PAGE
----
This locomotive was built in 1949 by Hudswell Clarke as one of a batch of three similar locomotives purchased by the Northumberland Area of the National Coal Board (NCB). They had 17 inch x 24 inch outside cylinders and 3 feet 9 inch wheels and a working weight of 44 tons 10 cwt.
This locomotive was NCB No 38 and was delivered new to Rising Sun Colliery at Wallsend where it worked on the one and a quarter mile line to the British Railways Blyth & Tyne line , 1 mile North of Percy Main.
In April 1955 or September 1953 (opinions differ!) it moved to the locomotive shed at Backworth Colliery, returning in April 1956. Prior to the closure of Rising Sun Colliery in April 1969, it moved to Burradon locomotive sheds in November 1968, before moving to Bates Colliery at South Blyth on the Northumberland Coast by January 1971. Its stay here was only two months before it was moved to Shilbottle Colliery in North Northumberland in March 1971. Here it was known as a poor steamer, no doubt due to her boiler not being washed out very often, if at all.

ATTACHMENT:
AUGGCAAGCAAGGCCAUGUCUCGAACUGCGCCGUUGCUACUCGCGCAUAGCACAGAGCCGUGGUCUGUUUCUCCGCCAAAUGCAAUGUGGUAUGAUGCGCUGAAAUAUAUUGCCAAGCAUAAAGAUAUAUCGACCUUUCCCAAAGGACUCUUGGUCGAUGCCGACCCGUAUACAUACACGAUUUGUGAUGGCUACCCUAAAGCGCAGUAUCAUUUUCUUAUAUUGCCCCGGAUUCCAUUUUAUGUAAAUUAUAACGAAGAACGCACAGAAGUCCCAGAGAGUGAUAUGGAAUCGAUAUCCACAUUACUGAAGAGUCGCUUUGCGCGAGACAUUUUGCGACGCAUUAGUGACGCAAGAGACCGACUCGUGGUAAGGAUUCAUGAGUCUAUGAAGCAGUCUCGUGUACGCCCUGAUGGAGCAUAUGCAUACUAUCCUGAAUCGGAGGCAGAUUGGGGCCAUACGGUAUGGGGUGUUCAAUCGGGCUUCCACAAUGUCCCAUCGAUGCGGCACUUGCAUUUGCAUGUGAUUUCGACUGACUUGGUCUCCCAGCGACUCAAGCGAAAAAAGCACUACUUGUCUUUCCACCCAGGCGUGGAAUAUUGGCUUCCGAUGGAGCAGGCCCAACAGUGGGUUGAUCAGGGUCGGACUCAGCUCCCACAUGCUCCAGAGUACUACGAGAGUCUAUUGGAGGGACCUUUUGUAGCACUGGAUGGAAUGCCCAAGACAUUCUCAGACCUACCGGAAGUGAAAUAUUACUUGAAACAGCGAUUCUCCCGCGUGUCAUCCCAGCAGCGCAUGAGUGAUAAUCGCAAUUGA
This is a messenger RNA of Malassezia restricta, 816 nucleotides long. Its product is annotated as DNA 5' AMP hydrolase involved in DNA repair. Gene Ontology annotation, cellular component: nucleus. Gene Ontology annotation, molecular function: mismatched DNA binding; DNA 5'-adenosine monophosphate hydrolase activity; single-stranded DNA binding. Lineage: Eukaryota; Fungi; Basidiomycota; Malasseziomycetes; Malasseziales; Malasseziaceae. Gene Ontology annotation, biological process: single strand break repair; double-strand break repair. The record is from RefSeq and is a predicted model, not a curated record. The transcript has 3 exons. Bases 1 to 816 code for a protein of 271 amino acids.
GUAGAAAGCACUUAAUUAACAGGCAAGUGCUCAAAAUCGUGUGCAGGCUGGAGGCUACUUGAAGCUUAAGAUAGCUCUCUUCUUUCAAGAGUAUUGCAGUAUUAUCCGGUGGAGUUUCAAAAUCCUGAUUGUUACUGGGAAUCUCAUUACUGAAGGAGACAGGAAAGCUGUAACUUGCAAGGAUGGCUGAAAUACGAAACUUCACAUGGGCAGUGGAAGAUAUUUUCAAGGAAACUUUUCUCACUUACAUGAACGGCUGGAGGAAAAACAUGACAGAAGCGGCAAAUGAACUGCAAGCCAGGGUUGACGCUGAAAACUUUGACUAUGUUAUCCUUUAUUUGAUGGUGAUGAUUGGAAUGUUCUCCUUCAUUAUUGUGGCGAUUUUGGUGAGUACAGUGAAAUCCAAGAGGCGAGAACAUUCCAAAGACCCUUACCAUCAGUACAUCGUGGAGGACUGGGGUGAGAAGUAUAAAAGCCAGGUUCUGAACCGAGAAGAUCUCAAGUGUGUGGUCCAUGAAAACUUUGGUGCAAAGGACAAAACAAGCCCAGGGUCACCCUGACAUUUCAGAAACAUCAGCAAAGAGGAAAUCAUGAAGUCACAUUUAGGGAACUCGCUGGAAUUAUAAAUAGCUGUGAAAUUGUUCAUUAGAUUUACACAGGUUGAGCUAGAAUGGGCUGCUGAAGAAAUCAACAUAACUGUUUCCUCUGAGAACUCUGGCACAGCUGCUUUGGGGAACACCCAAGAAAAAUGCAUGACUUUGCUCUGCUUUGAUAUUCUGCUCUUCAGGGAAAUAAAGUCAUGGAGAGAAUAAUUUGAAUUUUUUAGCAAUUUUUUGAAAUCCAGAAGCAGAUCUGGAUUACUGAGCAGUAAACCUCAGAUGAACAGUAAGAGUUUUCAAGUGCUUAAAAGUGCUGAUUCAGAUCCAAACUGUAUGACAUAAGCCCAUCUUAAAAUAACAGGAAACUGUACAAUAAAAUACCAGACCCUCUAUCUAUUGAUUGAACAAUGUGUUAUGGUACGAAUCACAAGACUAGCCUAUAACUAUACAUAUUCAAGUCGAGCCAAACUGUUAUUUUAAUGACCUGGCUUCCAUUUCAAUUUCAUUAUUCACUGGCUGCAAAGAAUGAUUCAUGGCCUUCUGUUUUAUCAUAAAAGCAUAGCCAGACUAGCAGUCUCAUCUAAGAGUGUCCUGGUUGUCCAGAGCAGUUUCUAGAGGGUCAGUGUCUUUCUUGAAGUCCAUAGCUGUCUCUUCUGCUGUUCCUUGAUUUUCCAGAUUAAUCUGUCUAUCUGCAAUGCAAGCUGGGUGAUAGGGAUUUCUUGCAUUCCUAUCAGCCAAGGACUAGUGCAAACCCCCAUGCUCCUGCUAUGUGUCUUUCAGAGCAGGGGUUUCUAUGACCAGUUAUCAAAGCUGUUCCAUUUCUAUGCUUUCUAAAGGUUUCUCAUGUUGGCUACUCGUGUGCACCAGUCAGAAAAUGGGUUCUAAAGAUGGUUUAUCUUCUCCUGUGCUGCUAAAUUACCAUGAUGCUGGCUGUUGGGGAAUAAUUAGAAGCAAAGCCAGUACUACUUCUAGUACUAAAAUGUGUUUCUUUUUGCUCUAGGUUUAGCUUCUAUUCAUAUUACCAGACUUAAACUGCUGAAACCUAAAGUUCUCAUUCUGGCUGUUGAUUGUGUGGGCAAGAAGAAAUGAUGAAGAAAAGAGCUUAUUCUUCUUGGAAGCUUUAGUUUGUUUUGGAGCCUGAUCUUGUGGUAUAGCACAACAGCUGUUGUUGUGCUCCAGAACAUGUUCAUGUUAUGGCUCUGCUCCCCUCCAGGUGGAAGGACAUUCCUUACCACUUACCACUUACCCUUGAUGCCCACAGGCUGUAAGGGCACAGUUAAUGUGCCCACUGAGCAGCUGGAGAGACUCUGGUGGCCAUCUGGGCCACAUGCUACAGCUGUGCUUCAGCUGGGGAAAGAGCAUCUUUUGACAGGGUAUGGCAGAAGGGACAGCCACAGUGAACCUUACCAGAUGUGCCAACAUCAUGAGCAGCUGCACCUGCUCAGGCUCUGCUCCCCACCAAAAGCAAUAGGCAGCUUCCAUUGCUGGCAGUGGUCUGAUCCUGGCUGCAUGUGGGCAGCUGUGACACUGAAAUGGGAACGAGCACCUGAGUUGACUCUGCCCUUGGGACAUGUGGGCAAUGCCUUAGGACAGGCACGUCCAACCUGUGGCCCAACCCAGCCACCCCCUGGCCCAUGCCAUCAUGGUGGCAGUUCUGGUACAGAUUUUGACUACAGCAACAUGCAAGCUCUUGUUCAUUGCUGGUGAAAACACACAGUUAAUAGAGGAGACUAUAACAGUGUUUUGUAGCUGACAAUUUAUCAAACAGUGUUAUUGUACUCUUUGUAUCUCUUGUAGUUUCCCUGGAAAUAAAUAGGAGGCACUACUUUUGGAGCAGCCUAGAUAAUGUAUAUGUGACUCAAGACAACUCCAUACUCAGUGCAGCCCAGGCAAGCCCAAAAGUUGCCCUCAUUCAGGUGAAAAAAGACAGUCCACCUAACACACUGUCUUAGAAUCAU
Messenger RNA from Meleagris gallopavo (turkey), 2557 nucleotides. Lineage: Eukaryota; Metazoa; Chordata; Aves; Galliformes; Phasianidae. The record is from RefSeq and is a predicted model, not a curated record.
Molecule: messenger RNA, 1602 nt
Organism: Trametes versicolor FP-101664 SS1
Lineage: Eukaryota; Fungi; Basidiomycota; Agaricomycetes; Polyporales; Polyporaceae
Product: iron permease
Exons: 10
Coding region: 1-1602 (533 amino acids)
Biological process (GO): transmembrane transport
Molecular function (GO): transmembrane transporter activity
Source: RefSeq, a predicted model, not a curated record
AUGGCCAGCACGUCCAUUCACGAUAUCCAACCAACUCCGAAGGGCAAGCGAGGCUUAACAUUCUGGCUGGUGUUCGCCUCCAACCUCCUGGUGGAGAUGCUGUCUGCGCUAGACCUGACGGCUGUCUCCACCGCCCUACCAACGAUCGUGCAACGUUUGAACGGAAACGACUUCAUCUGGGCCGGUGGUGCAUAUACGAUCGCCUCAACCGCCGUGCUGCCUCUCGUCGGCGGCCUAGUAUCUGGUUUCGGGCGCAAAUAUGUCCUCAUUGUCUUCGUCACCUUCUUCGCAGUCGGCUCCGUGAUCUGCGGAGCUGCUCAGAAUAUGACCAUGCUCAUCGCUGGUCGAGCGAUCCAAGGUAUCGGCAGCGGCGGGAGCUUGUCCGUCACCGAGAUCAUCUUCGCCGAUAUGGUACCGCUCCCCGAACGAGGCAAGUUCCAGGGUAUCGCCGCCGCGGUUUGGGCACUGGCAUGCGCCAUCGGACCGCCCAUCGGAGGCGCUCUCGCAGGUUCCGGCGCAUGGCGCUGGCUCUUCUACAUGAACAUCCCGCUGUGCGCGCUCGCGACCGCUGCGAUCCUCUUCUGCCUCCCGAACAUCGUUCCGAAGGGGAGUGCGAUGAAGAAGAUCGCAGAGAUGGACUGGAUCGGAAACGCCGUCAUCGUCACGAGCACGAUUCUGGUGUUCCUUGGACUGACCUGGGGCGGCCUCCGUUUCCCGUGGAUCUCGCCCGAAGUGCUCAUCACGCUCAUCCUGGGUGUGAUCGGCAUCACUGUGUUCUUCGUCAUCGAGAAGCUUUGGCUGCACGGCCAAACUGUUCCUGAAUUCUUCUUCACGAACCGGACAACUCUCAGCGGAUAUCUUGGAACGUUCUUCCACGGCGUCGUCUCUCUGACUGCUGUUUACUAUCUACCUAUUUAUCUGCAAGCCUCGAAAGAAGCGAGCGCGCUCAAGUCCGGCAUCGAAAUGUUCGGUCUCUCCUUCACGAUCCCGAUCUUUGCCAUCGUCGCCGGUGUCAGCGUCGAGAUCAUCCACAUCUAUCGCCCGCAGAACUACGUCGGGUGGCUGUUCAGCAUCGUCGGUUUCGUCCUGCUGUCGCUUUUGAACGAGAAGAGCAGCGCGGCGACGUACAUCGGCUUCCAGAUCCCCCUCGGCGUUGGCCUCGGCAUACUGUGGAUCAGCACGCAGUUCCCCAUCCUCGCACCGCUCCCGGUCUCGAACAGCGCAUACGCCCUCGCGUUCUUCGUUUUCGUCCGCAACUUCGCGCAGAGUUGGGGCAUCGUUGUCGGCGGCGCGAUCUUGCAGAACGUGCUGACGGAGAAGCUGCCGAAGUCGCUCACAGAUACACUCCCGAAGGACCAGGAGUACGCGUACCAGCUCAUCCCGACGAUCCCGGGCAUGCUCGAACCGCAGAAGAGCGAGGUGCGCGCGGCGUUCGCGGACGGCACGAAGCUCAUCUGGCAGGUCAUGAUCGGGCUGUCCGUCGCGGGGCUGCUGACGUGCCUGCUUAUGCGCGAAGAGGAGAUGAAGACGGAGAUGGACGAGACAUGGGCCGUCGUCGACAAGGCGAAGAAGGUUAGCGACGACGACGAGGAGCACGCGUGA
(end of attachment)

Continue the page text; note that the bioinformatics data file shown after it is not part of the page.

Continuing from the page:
In October 1973 the locomotive was sold to the Tanfield Railway and moved to Marley Hill where it was dismantled in preparation for overhaul. The overhaul did not happen and No 38 was stored for many years in the yard at Marley Hill without any work taking place.
In 2012, the Rising Sun Locomotive Trust (RSLT) was formed by a group of four Tanfield Volunteers with a view to restoring No.38 to working order for use on the Tanfield Railway. In the same year, a boiler examination was undertaken, the RSLT took ownership of the locomotive and work to restore the locomotive commenced.
Whilst good progress has been made on the restoration of the project it is still in progress.
In November 2018 it was reported that work on restoring the locomotive at the Tanfield Railway had restarted. The immediate aim is to re-wheel the frames.
|1823 at the Tanfield Railway – September 2014|